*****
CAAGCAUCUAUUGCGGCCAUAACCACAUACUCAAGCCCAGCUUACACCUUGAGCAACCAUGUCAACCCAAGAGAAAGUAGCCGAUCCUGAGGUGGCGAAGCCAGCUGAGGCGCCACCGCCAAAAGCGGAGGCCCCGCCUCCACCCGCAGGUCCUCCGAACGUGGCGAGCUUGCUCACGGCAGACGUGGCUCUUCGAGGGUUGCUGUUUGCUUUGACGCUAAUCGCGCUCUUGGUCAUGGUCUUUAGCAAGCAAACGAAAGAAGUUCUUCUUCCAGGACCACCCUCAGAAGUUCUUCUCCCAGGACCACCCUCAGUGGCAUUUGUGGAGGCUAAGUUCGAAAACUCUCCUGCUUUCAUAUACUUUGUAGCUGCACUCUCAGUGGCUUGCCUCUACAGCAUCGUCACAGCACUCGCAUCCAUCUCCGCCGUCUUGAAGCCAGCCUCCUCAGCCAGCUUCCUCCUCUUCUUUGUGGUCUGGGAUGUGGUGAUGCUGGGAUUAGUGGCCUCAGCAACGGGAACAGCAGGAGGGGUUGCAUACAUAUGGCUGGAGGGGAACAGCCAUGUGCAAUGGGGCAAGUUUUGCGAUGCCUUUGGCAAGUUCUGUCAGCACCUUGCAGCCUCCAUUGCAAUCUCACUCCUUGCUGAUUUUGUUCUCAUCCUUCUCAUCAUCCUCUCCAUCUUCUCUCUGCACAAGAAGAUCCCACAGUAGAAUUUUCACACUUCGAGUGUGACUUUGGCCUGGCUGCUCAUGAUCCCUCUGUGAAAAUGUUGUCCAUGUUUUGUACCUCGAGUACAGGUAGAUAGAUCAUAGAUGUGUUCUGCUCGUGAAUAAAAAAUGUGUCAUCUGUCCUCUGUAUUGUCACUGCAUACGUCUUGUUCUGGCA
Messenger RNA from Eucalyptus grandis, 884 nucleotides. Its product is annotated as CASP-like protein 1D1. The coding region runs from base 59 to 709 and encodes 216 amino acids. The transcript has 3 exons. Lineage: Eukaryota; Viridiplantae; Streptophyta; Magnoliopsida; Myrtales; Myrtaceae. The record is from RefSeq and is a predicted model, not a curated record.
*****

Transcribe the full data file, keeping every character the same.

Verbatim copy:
CAAGCAUCUAUUGCGGCCAUAACCACAUACUCAAGCCCAGCUUACACCUUGAGCAACCAUGUCAACCCAAGAGAAAGUAGCCGAUCCUGAGGUGGCGAAGCCAGCUGAGGCGCCACCGCCAAAAGCGGAGGCCCCGCCUCCACCCGCAGGUCCUCCGAACGUGGCGAGCUUGCUCACGGCAGACGUGGCUCUUCGAGGGUUGCUGUUUGCUUUGACGCUAAUCGCGCUCUUGGUCAUGGUCUUUAGCAAGCAAACGAAAGAAGUUCUUCUUCCAGGACCACCCUCAGAAGUUCUUCUCCCAGGACCACCCUCAGUGGCAUUUGUGGAGGCUAAGUUCGAAAACUCUCCUGCUUUCAUAUACUUUGUAGCUGCACUCUCAGUGGCUUGCCUCUACAGCAUCGUCACAGCACUCGCAUCCAUCUCCGCCGUCUUGAAGCCAGCCUCCUCAGCCAGCUUCCUCCUCUUCUUUGUGGUCUGGGAUGUGGUGAUGCUGGGAUUAGUGGCCUCAGCAACGGGAACAGCAGGAGGGGUUGCAUACAUAUGGCUGGAGGGGAACAGCCAUGUGCAAUGGGGCAAGUUUUGCGAUGCCUUUGGCAAGUUCUGUCAGCACCUUGCAGCCUCCAUUGCAAUCUCACUCCUUGCUGAUUUUGUUCUCAUCCUUCUCAUCAUCCUCUCCAUCUUCUCUCUGCACAAGAAGAUCCCACAGUAGAAUUUUCACACUUCGAGUGUGACUUUGGCCUGGCUGCUCAUGAUCCCUCUGUGAAAAUGUUGUCCAUGUUUUGUACCUCGAGUACAGGUAGAUAGAUCAUAGAUGUGUUCUGCUCGUGAAUAAAAAAUGUGUCAUCUGUCCUCUGUAUUGUCACUGCAUACGUCUUGUUCUGGCA
Messenger RNA from Eucalyptus grandis, 884 nucleotides. Its product is annotated as CASP-like protein 1D1. The coding region runs from base 59 to 709 and encodes 216 amino acids. The transcript has 3 exons. Lineage: Eukaryota; Viridiplantae; Streptophyta; Magnoliopsida; Myrtales; Myrtaceae. The record is from RefSeq and is a predicted model, not a curated record.